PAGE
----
Association Between Breastmilk Microbiota and Food Allergy in Infants
diseases early in life. The composition of breastmilk is complex, comprising varying levels of oligosaccharides, immunoactive molecules, vitamins, metabolites, and microbes. Although several studies have examined the relationship between different components of breastmilk and infant food allergies, few have investigated the relationship between microorganisms in breastmilk and infant food allergy. In the present study, we selected 135 healthy pregnant women and their full-term newborns from a cohort of 202 mother– infant pairs. Among them, 69 infants were exclusively breastfed until 6 mo after birth. At follow-up, 11 of the 69 infants developed a food allergy in infancy while 22 showed no signs of allergy. Thirty-three breastmilk samples were collected within 1 mo after delivery, and 123 infant fecal samples were collected at five time points following their birth. These samples were analyzed using microbial 16S rRNA gene sequencing. The abundance and evenness of the milk microbiota and the number of differential bacteria were higher in the breastmilk samples from the non-allergy group than in those from the food allergy group. The non-allergy group showed relatively high abundance of Bifidobacterium, Akkermansia, Clostridium IV, Clostridium XIVa, Veillonella, and butyrate-producing bacteria such as Fusobacterium, Lachnospiraceae incertae sedis, Roseburia, and Ruminococcus. In contrast, the abundance of Proteobacteria, Acinetobacter, and Pseudomonas in breastmilk was higher in the food allergy group. A comparison of the changes in dominant differential breastmilk microbiota in the intestinal flora of the two groups of infants over time revealed that the changes in Bifidobacterium abundance were consistent with those in the breastmilk flora. Functional pathway prediction of breastmilk microflora showed that the enhancement of the metabolic pathways of tyrosine, tryptophan, and fatty acids was significantly different between the groups. We suggest that changes in the breastmilk microbiota can influence the development of food allergies. Breastmilk contains several microbes that have protective effects against food allergies, both by influencing the colonization of intestinal microbiota and by producing butyrate. This study may provide new ideas for improving infant health through early intervention with probiotics.
- Location of subjects
- Host species Species from which microbiome was sampled. Contact us to have more species added.
- Homo sapiens
- Group 0 name Corresponds to the control (unexposed) group for case-control studies
- non-allergy (NA) group
- Group 1 name Corresponds to the case (exposed) group for case-control studies
- food allergy (FA) group
- Group 1 definition Diagnostic criteria applied to define the specific condition / phenotype represented in the case (exposed) group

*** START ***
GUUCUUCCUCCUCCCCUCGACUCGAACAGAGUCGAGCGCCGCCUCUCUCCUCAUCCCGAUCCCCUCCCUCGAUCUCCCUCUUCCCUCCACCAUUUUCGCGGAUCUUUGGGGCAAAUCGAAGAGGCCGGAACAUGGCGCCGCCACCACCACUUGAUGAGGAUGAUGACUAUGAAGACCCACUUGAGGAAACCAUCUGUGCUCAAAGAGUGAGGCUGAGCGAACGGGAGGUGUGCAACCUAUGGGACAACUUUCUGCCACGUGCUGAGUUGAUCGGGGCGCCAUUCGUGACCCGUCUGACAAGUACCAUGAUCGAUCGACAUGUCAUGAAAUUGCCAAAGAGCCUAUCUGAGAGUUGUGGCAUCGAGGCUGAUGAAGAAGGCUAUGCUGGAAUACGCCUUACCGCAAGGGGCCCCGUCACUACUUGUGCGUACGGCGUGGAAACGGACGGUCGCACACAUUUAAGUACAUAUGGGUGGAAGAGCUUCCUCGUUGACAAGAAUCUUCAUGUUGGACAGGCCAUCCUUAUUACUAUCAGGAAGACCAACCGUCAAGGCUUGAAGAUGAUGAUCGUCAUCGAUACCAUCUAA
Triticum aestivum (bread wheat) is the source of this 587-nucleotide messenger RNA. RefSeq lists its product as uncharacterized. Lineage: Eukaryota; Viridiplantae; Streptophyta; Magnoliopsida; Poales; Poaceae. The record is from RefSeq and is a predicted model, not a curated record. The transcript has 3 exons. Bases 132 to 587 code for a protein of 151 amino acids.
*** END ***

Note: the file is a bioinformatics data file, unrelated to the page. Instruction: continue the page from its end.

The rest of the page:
- Group with food allergy.
- Group 0 sample size Number of subjects in the control (unexposed) group
- Group 1 sample size Number of subjects in the case (exposed) group
- Antibiotics exclusion Number of days without antibiotics usage (if applicable) and other antibiotics-related criteria used to exclude participants (if any)
- use of antibiotics or probiotics for 2 weeks before or after delivery, resulted in being excluded from the study
- Sequencing type
- 16S variable region One or more hypervariable region(s) of the bacterial 16S gene
- Sequencing platform Manufacturer and experimental platform used for quantifying microbial abundance
- Non-quantitative PCR
- Data transformation Data transformation applied to microbial abundance measurements prior to differential abundance testing (if any).
- relative abundances
- Statistical test
- Significance threshold p-value or FDR threshold used for differential abundance testing (if any)
- LDA Score above Threshold for the linear discriminant analysis (LDA) score for studies using the popular LEfSe tool
- Matched on Factors on which subjects have been matched on in a case-control study
- gestational age, maternal age, race
- Shannon Estimator of species richness and species evenness: more weight on species richness
- Chao1 Abundance-based estimator of species richness
- Inverse Simpson Modification of Simpsons index D as 1/D to obtain high values in datasets of high diversity and vice versa
- Richness Number of species
Source: Figure 4A
Description: LEfSe analysis between the food allergy (FA) and non-allergy (NA) groups, showing genera with absolute values of linear discriminant analysis (LDA) score.
Abundance in Group 1: increased abundance in food allergy (FA) group
Revision editor(s): Davvve
Source: fig 4
Description: LEfSe analysis between the food allergy (FA) and non-allergy (NA) groups, showing genera with absolute values of linear discriminant analysis (LDA) score
Abundance in Group 1: decreased abundance in food allergy (FA) group
Revision editor(s): Davvve